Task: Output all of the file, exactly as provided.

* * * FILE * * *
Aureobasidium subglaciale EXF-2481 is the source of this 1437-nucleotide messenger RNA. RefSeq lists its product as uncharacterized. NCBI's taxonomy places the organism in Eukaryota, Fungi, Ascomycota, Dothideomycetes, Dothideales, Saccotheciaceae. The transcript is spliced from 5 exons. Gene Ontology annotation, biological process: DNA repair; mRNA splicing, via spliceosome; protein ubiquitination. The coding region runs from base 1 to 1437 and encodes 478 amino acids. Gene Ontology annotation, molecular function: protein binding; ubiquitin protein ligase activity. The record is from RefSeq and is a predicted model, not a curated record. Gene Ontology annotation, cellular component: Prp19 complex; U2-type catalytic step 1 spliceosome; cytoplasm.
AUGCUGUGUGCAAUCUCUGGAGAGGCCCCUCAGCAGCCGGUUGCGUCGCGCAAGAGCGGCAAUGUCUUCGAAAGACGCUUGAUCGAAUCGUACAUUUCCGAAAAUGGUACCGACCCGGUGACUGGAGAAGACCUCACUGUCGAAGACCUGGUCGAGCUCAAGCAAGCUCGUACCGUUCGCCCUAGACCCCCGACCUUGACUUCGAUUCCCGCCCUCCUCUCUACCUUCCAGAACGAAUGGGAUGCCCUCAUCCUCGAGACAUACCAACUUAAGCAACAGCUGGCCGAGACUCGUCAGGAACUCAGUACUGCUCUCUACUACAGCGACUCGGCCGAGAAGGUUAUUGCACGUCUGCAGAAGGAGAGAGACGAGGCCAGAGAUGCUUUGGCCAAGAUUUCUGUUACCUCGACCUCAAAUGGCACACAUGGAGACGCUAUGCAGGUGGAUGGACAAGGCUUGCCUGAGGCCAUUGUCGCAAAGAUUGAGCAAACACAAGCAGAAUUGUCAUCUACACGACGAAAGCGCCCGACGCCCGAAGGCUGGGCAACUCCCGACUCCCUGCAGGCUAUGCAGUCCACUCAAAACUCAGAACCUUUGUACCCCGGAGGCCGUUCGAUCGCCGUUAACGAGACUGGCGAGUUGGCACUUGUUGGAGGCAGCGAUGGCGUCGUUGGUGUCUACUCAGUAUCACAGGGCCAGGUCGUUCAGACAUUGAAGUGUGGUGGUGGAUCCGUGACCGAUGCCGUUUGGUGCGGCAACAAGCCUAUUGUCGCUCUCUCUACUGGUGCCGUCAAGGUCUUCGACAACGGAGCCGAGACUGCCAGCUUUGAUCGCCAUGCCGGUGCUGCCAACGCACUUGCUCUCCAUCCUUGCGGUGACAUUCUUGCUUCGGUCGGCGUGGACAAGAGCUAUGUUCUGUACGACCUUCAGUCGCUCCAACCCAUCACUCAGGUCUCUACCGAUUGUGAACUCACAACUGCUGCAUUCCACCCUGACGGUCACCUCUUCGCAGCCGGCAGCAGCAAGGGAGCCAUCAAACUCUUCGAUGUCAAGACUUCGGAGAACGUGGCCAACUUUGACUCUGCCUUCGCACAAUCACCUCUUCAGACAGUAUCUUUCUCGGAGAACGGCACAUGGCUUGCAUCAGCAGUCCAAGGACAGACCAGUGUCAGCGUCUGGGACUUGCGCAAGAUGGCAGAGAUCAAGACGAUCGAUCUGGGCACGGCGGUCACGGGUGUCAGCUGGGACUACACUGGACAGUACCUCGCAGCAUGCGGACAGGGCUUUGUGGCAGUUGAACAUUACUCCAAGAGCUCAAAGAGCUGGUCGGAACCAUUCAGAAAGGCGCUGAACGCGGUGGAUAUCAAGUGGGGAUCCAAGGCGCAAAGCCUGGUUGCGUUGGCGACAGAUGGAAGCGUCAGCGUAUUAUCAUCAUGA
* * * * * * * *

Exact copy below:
Aureobasidium subglaciale EXF-2481 is the source of this 1437-nucleotide messenger RNA. RefSeq lists its product as uncharacterized. NCBI's taxonomy places the organism in Eukaryota, Fungi, Ascomycota, Dothideomycetes, Dothideales, Saccotheciaceae. The transcript is spliced from 5 exons. Gene Ontology annotation, biological process: DNA repair; mRNA splicing, via spliceosome; protein ubiquitination. The coding region runs from base 1 to 1437 and encodes 478 amino acids. Gene Ontology annotation, molecular function: protein binding; ubiquitin protein ligase activity. The record is from RefSeq and is a predicted model, not a curated record. Gene Ontology annotation, cellular component: Prp19 complex; U2-type catalytic step 1 spliceosome; cytoplasm.
AUGCUGUGUGCAAUCUCUGGAGAGGCCCCUCAGCAGCCGGUUGCGUCGCGCAAGAGCGGCAAUGUCUUCGAAAGACGCUUGAUCGAAUCGUACAUUUCCGAAAAUGGUACCGACCCGGUGACUGGAGAAGACCUCACUGUCGAAGACCUGGUCGAGCUCAAGCAAGCUCGUACCGUUCGCCCUAGACCCCCGACCUUGACUUCGAUUCCCGCCCUCCUCUCUACCUUCCAGAACGAAUGGGAUGCCCUCAUCCUCGAGACAUACCAACUUAAGCAACAGCUGGCCGAGACUCGUCAGGAACUCAGUACUGCUCUCUACUACAGCGACUCGGCCGAGAAGGUUAUUGCACGUCUGCAGAAGGAGAGAGACGAGGCCAGAGAUGCUUUGGCCAAGAUUUCUGUUACCUCGACCUCAAAUGGCACACAUGGAGACGCUAUGCAGGUGGAUGGACAAGGCUUGCCUGAGGCCAUUGUCGCAAAGAUUGAGCAAACACAAGCAGAAUUGUCAUCUACACGACGAAAGCGCCCGACGCCCGAAGGCUGGGCAACUCCCGACUCCCUGCAGGCUAUGCAGUCCACUCAAAACUCAGAACCUUUGUACCCCGGAGGCCGUUCGAUCGCCGUUAACGAGACUGGCGAGUUGGCACUUGUUGGAGGCAGCGAUGGCGUCGUUGGUGUCUACUCAGUAUCACAGGGCCAGGUCGUUCAGACAUUGAAGUGUGGUGGUGGAUCCGUGACCGAUGCCGUUUGGUGCGGCAACAAGCCUAUUGUCGCUCUCUCUACUGGUGCCGUCAAGGUCUUCGACAACGGAGCCGAGACUGCCAGCUUUGAUCGCCAUGCCGGUGCUGCCAACGCACUUGCUCUCCAUCCUUGCGGUGACAUUCUUGCUUCGGUCGGCGUGGACAAGAGCUAUGUUCUGUACGACCUUCAGUCGCUCCAACCCAUCACUCAGGUCUCUACCGAUUGUGAACUCACAACUGCUGCAUUCCACCCUGACGGUCACCUCUUCGCAGCCGGCAGCAGCAAGGGAGCCAUCAAACUCUUCGAUGUCAAGACUUCGGAGAACGUGGCCAACUUUGACUCUGCCUUCGCACAAUCACCUCUUCAGACAGUAUCUUUCUCGGAGAACGGCACAUGGCUUGCAUCAGCAGUCCAAGGACAGACCAGUGUCAGCGUCUGGGACUUGCGCAAGAUGGCAGAGAUCAAGACGAUCGAUCUGGGCACGGCGGUCACGGGUGUCAGCUGGGACUACACUGGACAGUACCUCGCAGCAUGCGGACAGGGCUUUGUGGCAGUUGAACAUUACUCCAAGAGCUCAAAGAGCUGGUCGGAACCAUUCAGAAAGGCGCUGAACGCGGUGGAUAUCAAGUGGGGAUCCAAGGCGCAAAGCCUGGUUGCGUUGGCGACAGAUGGAAGCGUCAGCGUAUUAUCAUCAUGA